Sean FitzPatrick’s wife’s claim over 19 assets to be heard in April
IBRC, along with bankruptcy trustee Chris Lehane, oppose claims by Catriona Fitzpatrick
The Four Courts. Photograph: Chris Maddaloni/Collins
A dispute over the entitlement of the wife of former Anglo Irish Bank chairman Sean FitzPatrick to an interest in “substantial” assets held in his sole name will be heard next April at the High Court.
Certain witnesses may have to be subpoenaed for the hearing and a statement concerning the source of funding for the 19 assets has yet to be agreed between the sides, Ms Justice Marie Baker was told on Tuesday during a case management hearing.
The case centres on a clause in a February 2009 loan agreement between Anglo and Sean and Catriona FitzPatrick and their three children. She claims the clause limits the recourse of State-owned IBRC (which acquired Anglo after its collapse) against herself and her children.
Mr FitzPatrick was adjudicated a bankrupt in 2010 with debts of €147 million and assets said to be worth some €47 million. He exited bankruptcy three years ago.
After Ms FitzPatrick claimed entitlement in 2012 to various assets, Mr Lehane and IBRC took separate but related proceedings in 2014 arguing she has no legal, equitable or beneficial interest in assets in the sole name of her husband.
Mr Lehane claims the clause in the 2009 agreement comprises a settlement of property by Sean FitzPatrick, a bankrupt, that was not made in good faith and for valuable consideration, and in breach of the Bankruptcy Act. He wants orders setting aside the purported settlement.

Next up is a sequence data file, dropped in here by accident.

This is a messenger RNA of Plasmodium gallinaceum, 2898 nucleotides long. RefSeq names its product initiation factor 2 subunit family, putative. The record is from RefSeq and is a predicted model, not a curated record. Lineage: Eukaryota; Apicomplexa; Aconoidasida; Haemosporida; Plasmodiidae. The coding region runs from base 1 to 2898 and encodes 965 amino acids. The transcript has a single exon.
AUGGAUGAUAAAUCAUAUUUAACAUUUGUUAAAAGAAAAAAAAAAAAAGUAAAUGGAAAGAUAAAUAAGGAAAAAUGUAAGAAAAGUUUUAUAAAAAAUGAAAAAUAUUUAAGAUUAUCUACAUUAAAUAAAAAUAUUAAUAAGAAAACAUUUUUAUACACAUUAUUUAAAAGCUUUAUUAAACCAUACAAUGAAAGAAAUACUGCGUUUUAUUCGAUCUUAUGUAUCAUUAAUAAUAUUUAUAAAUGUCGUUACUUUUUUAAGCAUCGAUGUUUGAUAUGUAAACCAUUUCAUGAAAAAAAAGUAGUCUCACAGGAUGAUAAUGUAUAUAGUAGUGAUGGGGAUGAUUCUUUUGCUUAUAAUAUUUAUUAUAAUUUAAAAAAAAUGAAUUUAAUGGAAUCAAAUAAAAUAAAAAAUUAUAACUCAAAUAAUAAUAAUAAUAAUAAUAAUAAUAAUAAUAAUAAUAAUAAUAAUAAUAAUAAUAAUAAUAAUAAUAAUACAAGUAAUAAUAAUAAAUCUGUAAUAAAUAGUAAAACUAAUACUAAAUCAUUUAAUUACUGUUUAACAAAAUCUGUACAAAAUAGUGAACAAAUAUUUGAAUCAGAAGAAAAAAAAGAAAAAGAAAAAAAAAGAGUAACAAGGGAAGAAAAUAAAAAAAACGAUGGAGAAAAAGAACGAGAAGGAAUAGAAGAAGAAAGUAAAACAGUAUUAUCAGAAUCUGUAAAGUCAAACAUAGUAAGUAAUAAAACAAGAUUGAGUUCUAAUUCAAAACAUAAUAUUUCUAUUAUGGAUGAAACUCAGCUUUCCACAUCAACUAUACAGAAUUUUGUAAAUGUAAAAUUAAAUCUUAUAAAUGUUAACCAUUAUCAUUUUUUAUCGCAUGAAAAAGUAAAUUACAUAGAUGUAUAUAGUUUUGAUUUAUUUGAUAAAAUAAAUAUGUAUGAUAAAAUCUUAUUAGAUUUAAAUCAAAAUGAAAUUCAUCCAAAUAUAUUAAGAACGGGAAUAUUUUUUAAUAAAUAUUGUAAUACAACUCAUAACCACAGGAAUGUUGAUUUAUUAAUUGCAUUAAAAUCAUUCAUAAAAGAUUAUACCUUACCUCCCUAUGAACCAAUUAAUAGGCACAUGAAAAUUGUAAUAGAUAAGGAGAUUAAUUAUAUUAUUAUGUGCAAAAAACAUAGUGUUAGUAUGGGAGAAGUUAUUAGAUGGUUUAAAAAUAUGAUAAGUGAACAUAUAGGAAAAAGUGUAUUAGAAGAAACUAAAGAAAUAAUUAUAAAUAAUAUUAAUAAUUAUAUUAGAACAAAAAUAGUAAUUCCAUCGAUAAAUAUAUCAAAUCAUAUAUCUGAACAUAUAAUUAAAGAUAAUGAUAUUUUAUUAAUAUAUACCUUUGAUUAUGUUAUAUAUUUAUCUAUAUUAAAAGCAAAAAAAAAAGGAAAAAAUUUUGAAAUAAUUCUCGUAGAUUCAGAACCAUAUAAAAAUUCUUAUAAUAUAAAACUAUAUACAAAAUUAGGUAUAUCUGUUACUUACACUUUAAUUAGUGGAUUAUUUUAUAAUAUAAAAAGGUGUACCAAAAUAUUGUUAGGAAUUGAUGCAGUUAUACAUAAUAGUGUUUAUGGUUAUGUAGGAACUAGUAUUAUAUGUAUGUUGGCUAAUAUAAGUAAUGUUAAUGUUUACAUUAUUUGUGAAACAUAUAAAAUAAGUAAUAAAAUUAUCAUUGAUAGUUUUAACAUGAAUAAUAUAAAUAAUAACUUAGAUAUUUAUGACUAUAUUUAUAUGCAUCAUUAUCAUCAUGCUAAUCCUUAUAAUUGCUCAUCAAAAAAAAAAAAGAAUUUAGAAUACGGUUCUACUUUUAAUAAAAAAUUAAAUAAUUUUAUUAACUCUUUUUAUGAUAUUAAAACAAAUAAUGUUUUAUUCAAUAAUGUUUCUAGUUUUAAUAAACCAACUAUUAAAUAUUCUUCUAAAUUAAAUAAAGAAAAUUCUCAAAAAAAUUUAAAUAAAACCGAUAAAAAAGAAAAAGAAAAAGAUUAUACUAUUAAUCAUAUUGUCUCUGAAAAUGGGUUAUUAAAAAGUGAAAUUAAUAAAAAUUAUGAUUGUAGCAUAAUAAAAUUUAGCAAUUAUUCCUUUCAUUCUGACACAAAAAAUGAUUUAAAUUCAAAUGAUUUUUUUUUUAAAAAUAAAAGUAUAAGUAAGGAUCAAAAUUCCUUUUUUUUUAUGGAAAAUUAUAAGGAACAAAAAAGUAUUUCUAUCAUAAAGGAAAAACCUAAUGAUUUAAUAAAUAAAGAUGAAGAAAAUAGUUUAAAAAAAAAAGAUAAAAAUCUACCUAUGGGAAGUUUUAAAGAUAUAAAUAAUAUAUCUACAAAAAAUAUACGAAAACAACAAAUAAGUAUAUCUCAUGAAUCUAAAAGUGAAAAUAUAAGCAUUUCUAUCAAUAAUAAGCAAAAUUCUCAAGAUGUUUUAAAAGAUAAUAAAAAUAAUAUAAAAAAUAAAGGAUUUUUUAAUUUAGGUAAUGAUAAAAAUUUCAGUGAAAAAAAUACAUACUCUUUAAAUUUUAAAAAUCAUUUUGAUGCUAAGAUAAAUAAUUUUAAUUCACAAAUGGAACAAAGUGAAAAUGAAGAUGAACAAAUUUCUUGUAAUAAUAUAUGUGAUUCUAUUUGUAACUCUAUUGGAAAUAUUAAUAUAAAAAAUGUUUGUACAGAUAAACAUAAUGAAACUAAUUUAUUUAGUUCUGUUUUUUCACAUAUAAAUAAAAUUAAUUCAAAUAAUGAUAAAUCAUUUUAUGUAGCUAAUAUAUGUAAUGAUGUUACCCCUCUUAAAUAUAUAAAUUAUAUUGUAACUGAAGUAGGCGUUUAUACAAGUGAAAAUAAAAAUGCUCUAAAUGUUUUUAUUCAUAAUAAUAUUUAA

IBRC claims Ms FitzPatrick has no legal, equitable or beneficial interest in assets held in the sole name of her husband and claims it was an implied term of the 2009 loan agreement she would not claim such an interest.
The sides have agreed 10 issues that need to be decided, including if IBRC is entitled to recission of the relevant clause on grounds of mistake and/or misrepresentation.
On Tuesday, Declan McGrath SC, for IBRC, said his side had written to Mr FitzPatrick, who is not a party to the case, seeking documents. Mr FitzPatrick had raised issues about the costs of discovering those and had not committed to discovery. IBRC would address his costs query and, depending on Mr FitzPatrick’s response, an application for non-party discovery may be brought.
The statement on source of funding had yet to be agreed but both sides would deliver their witness statements concerning the 10 issues by December 15th, he said.
Value of assets
Kenneth Bredin, for Mr Lehane, said the trustees needed vouching back up documents from third party fund managers before they could address some issues raised by Ms FitzPatrick. His side did not envisage any dispute on the realisation values of the assets and the dispute rather concerned how the assets were purchased and how funding for the purchases was obtained.
Jacqueline O’Brien SC, for Ms FitzPatrick, received a week to respond to the additional material to be obtained by Mr Lehane’s office. Her side was entitled to agree on a source of funds document and “can’t have one imposed on us” but only small aspects of that statement were affected, she said.
This was an important issue for Ms FitzPatrick as she has to prove the source of funds, Ms O’Brien said. Certain assets were held in joint names and her side needed information from Mr Lehane as to what sale proceeds have been realised and where they are.
The judge said Ms FitzPatrick’s side should write to Mr Lehane setting out in the “greatest detail” possible the information they require. She also said she will deal next week with a pre-trial application for orders requiring sworn answers to six questions.